A team of New Orleans lawyers and the National Center for Law and Economic Justice fired off a series of public records requests Monday as part of their investigation into how the state and federal governments have handled the thousands of Louisiana residents displaced by Hurricanes Laura and Zeta.
Nearly five months after two major storms devastated areas in South Louisiana, thousands of residents are still displaced and living in temporary housing, and many have been forced to move five or more times as a result of inadequate response efforts by the Federal Emergency Management Agency (FEMA) and other agencies, according to a press release from the National Center for Law and Economic Justice.
However, in a press conference Tuesday, Gov. John Bel Edwards said there are under 700 Louisiana residents still in temporary housing, which is down from a peak of more than 18,000.
The New Orleans lawyers on the team include civil rights attorneys Bill Quigley and Davida Finger, both of whom teach at Loyola Law. They are calling for greater transparency and accountability from FEMA to ensure the displaced families receive safe and stable housing as soon as possible.
“There hasn’t been a comprehensive analysis of what has worked or what hasn’t worked,” Quigley said in a phone interview. “Our reps, senators and elected leaders — they’re not holding any hearings on this. They’re not pressing for investigations into anything that’s going on or not going on.”
FEMA spokesperson Michael Hart said the agency continues to seek all available options and work with survivors to find temporary housing solutions for families in Southwest Louisiana. The agency’s Direct Housing Mission will take time to complete as each installation is a construction project, so it could be summer 2021 before the final households are licensed into units, Hart said.
Hurricane Laura was a Category 4 cyclone that made landfall on Aug. 27 in Cameron Parish at near peak intensity, destroying or damaging nearly 47,000 homes and leaving residents in Cameron and Calcasieu Parishes without water, electricity and other basic services for months. The same area was struck by Hurricane Delta six weeks later. On Oct. 28, Hurricane Zeta struck Cocodrie as a Category 2. Though it impacted many surrounding areas, Zeta did not displace the large number of residents that Laura did, but it was the fifth named storm in 2020 to strike an already battered state.
With the nation’s attention shifting to the Nov. 3 presidential election and the third surge of COVID-19 cases, both state and federal elected leaders seemed to have forgotten about the people who just wanted to be back in their homes, Quigley said.
“If this had been in New Orleans, Atlanta, or Houston, this would have gotten a lot more attention and a lot more action,” Quigley said. “People are just left behind.”
In September Quigley took fast action in filing a restraining order against an apartment management company in Lake Charles that tried evicting all of its 190 tenants while they were away under evacuation from Hurricane Laura. The landlord told tenants they weren’t allowed to report to FEMA and even tried withholding their belongings unless they signed a lease termination and agreed not to discuss the matter on social media.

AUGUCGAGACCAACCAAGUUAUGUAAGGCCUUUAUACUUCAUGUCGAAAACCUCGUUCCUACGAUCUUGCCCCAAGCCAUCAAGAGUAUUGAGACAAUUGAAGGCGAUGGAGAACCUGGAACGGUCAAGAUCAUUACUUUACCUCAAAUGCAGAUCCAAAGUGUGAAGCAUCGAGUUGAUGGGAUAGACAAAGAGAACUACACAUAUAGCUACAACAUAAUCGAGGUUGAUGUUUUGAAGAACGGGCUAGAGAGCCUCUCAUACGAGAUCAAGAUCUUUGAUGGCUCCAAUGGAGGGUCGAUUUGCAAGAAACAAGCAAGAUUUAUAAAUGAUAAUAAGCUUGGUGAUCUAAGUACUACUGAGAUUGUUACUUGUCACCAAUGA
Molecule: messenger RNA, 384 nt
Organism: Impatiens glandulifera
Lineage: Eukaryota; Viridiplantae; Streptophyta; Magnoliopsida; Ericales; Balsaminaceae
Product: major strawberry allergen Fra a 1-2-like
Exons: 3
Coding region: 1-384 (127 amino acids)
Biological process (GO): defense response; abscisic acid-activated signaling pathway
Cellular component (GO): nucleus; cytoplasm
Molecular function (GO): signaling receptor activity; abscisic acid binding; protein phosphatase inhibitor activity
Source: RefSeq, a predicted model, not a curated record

It was later discovered that the apartment complex sustained widespread structural damage. The city made the complex do major renovations, so the tenants ultimately had to leave by Nov. 1. About 25% of them were allowed to store their belongings at the expense of the landlord and will be allowed to move back in once renovations are finished, while the tenants who chose not to return were refunded their security deposits, Quigley said in a previous interview.
“It’s not a great outcome but better than what was happening,” he said at the time. “And (it) persuaded some other big landlords in town to make similar accommodations.”
By filing the records requests, the lawyers hope to determine how many people have been denied housing assistance, details of the government’s projected plans for housing assistance, and records related to any COVID-19 precautions taken to protect the storm survivors.
“People over in that area of the state are just not being listened to,” Quigley said. “There are thousands of people who are still in trouble over there.”
FEMA case workers do their absolute best to work with families after a disaster when many decisions are being made about recovery, and if any survivor believes they are, or were, treated unfairly, they are urged to call (800) 621-3362 or (800) 462-7585, Hart said.
“For Hurricane Laura, FEMA has put $217 million in the hands of survivors, $151 million for housing assistance and $65 million for other needs assistance,” Hart, the agency’s spokesman, said. “The Small Business Administration (SBA) has approved $584 million in low interest loans. The Public Assistance program has obligated over $66 million. Additionally, NFIP has paid more than $41 million on claims.”
The agency said it complies with all FOIA (Freedom of Information Act) requests in accordance with the law.